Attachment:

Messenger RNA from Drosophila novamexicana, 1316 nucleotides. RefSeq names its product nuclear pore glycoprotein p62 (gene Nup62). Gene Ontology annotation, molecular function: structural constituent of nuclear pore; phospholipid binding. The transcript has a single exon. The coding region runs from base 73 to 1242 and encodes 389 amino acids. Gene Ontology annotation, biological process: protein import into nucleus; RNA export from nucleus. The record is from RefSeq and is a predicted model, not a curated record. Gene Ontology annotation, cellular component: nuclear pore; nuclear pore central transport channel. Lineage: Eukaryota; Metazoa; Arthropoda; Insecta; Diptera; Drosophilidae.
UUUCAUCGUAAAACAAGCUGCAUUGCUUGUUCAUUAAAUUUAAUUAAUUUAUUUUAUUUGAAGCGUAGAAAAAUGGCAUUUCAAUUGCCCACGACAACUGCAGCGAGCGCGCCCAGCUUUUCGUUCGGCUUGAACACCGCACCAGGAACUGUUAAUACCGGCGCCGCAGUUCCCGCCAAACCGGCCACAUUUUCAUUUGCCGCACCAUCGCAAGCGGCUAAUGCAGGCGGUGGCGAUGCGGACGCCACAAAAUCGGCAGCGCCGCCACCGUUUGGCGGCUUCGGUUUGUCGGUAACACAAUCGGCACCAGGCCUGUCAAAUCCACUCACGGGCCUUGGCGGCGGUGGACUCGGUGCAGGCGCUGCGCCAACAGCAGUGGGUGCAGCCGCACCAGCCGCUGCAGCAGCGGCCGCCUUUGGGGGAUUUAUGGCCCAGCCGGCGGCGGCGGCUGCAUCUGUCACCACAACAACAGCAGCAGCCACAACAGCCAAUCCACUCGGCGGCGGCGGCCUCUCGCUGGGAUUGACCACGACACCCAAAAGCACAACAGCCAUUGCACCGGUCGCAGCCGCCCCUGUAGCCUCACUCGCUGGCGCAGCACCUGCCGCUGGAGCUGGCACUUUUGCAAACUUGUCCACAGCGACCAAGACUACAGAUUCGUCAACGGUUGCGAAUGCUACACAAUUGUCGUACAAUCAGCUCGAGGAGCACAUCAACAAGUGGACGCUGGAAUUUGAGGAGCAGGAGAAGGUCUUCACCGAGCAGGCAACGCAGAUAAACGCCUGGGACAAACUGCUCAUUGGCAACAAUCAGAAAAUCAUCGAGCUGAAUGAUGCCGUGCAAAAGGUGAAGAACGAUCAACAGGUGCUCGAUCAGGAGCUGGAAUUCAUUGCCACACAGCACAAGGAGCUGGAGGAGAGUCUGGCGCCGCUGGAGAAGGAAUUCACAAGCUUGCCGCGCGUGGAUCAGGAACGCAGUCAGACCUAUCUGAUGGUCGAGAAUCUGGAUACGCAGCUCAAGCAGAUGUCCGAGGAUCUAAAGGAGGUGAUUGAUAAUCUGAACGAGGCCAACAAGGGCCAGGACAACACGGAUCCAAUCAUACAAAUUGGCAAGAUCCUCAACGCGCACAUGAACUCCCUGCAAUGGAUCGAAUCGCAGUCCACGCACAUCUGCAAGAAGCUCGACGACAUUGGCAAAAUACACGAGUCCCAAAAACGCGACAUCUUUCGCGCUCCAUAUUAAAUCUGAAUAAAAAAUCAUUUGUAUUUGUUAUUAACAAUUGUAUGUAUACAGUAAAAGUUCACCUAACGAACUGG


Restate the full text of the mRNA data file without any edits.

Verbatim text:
Messenger RNA from Drosophila novamexicana, 1316 nucleotides. RefSeq names its product nuclear pore glycoprotein p62 (gene Nup62). Gene Ontology annotation, molecular function: structural constituent of nuclear pore; phospholipid binding. The transcript has a single exon. The coding region runs from base 73 to 1242 and encodes 389 amino acids. Gene Ontology annotation, biological process: protein import into nucleus; RNA export from nucleus. The record is from RefSeq and is a predicted model, not a curated record. Gene Ontology annotation, cellular component: nuclear pore; nuclear pore central transport channel. Lineage: Eukaryota; Metazoa; Arthropoda; Insecta; Diptera; Drosophilidae.
UUUCAUCGUAAAACAAGCUGCAUUGCUUGUUCAUUAAAUUUAAUUAAUUUAUUUUAUUUGAAGCGUAGAAAAAUGGCAUUUCAAUUGCCCACGACAACUGCAGCGAGCGCGCCCAGCUUUUCGUUCGGCUUGAACACCGCACCAGGAACUGUUAAUACCGGCGCCGCAGUUCCCGCCAAACCGGCCACAUUUUCAUUUGCCGCACCAUCGCAAGCGGCUAAUGCAGGCGGUGGCGAUGCGGACGCCACAAAAUCGGCAGCGCCGCCACCGUUUGGCGGCUUCGGUUUGUCGGUAACACAAUCGGCACCAGGCCUGUCAAAUCCACUCACGGGCCUUGGCGGCGGUGGACUCGGUGCAGGCGCUGCGCCAACAGCAGUGGGUGCAGCCGCACCAGCCGCUGCAGCAGCGGCCGCCUUUGGGGGAUUUAUGGCCCAGCCGGCGGCGGCGGCUGCAUCUGUCACCACAACAACAGCAGCAGCCACAACAGCCAAUCCACUCGGCGGCGGCGGCCUCUCGCUGGGAUUGACCACGACACCCAAAAGCACAACAGCCAUUGCACCGGUCGCAGCCGCCCCUGUAGCCUCACUCGCUGGCGCAGCACCUGCCGCUGGAGCUGGCACUUUUGCAAACUUGUCCACAGCGACCAAGACUACAGAUUCGUCAACGGUUGCGAAUGCUACACAAUUGUCGUACAAUCAGCUCGAGGAGCACAUCAACAAGUGGACGCUGGAAUUUGAGGAGCAGGAGAAGGUCUUCACCGAGCAGGCAACGCAGAUAAACGCCUGGGACAAACUGCUCAUUGGCAACAAUCAGAAAAUCAUCGAGCUGAAUGAUGCCGUGCAAAAGGUGAAGAACGAUCAACAGGUGCUCGAUCAGGAGCUGGAAUUCAUUGCCACACAGCACAAGGAGCUGGAGGAGAGUCUGGCGCCGCUGGAGAAGGAAUUCACAAGCUUGCCGCGCGUGGAUCAGGAACGCAGUCAGACCUAUCUGAUGGUCGAGAAUCUGGAUACGCAGCUCAAGCAGAUGUCCGAGGAUCUAAAGGAGGUGAUUGAUAAUCUGAACGAGGCCAACAAGGGCCAGGACAACACGGAUCCAAUCAUACAAAUUGGCAAGAUCCUCAACGCGCACAUGAACUCCCUGCAAUGGAUCGAAUCGCAGUCCACGCACAUCUGCAAGAAGCUCGACGACAUUGGCAAAAUACACGAGUCCCAAAAACGCGACAUCUUUCGCGCUCCAUAUUAAAUCUGAAUAAAAAAUCAUUUGUAUUUGUUAUUAACAAUUGUAUGUAUACAGUAAAAGUUCACCUAACGAACUGG